Choosing International Travel; Beautiful Solitude
When I was 19 I spent a summer in Costa Rica.
I went alone and focused my energy on giving back and volunteering in a soup kitchen (see photo below, grinding corn for tortillas), teaching English in a small school and with sea turtles at their beach refuge in a tiny village on the Pacific Coast, Ostional.
I am so glad I went. It was a puts ‘hair on your chest’ type-experience. An experience that I feel was instrumental to my growth.
My close friend (and once roommate), Erica just spent five weeks traveling around South America.
She’s in her mid-twenties and has been abroad, but on a backpacking trip to Europe (she went with someone else). She’s changing careers completely and going back to school – so in finding an almost free ticket because of miles and visiting the girl she has been sponsoring for the last few years, she went (against the wishes of her family and many friends due to safety).
Before she left I thought about saying the, “You really need to be safe,” and typical International travel speech (especially as a woman) but I realized that it was already implied. What she did is take a risk and walked to the edge in life.
When you walk to the edge like that, when you put yourself in undoubtedly uncomfortable situations you expand. You’re pushing it and feel it (life) in every crevice. I think more people should embrace that edge – wherever or whatever it is for you.
In her blog posts, photos and stories, along her trip, it reminded me of my time in Costa Rica. Also spent alone.
Serendipity of Travel:
Travelers luck: After standing on a bus for five hours, packed like sardines (no sense of space in Costa Rica) with people breathing down your neck, I missed the only bus that went once a day to the tiny village I was going to be living in for the rest of the Summer. I didn’t have a number of who I was meeting and I had nowhere to go.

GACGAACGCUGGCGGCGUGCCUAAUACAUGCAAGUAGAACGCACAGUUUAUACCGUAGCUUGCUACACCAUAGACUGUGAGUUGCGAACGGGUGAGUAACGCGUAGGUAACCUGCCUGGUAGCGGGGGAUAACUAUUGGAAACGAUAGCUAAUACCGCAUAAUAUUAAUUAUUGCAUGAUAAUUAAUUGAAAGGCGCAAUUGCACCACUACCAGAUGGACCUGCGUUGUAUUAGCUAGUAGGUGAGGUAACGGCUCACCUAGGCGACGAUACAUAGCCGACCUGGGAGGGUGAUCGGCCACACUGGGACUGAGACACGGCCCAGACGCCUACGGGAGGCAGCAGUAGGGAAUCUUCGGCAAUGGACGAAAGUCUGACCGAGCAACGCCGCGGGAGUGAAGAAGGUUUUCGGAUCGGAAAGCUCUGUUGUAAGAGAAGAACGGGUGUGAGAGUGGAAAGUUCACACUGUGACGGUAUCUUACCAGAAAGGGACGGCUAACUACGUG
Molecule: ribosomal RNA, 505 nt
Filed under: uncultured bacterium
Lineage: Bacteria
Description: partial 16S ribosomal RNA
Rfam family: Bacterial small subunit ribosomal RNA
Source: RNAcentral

I was caught in the middle of a fight at a festival, I was trying to speak Spanish to get a hotel room while I blubbered in confusion, experienced complete isolation, felt the joy of simplicity while living with my host family, lived in tin houses with no roof, slept underneath a mosquito net, lived on the beach in a village of 100 people where I was the only American and you had to walk into the village since the river water was so high most cars couldn’t make it in, I saw thousands of sea turtles at 2:00 AM arriving (arribada) onto the beach to lay their eggs and by serendipitous luck, I was even put up with an American family at the end of my trip, because I had accidentally switched up the wrong number and ended up calling them by accident, so they welcomed me to stay when I had nowhere to go.
That’s just a synopsis.
I gave back. I learned another culture. I listened to the stillness; my heart and my mind. Learned another form of communication, that which doesn’t use words. The kind where you look into each others’ eyes with intention, you laugh uncomfortably because neither of you understand the other, lots of hands, smiles and nodding heads.
I feel so strongly about travel. I don’t suggest that picking up everything and leaving for the other side of the world is for you, or for everyone. It isn’t the solution, but if it is for you, damn, do it up.
But I will just say this: there is something to be said, to find yourself in a foreign land. To hear your breath, to listen, to smell, to lose your ego and to strive to understand, that which is not your own.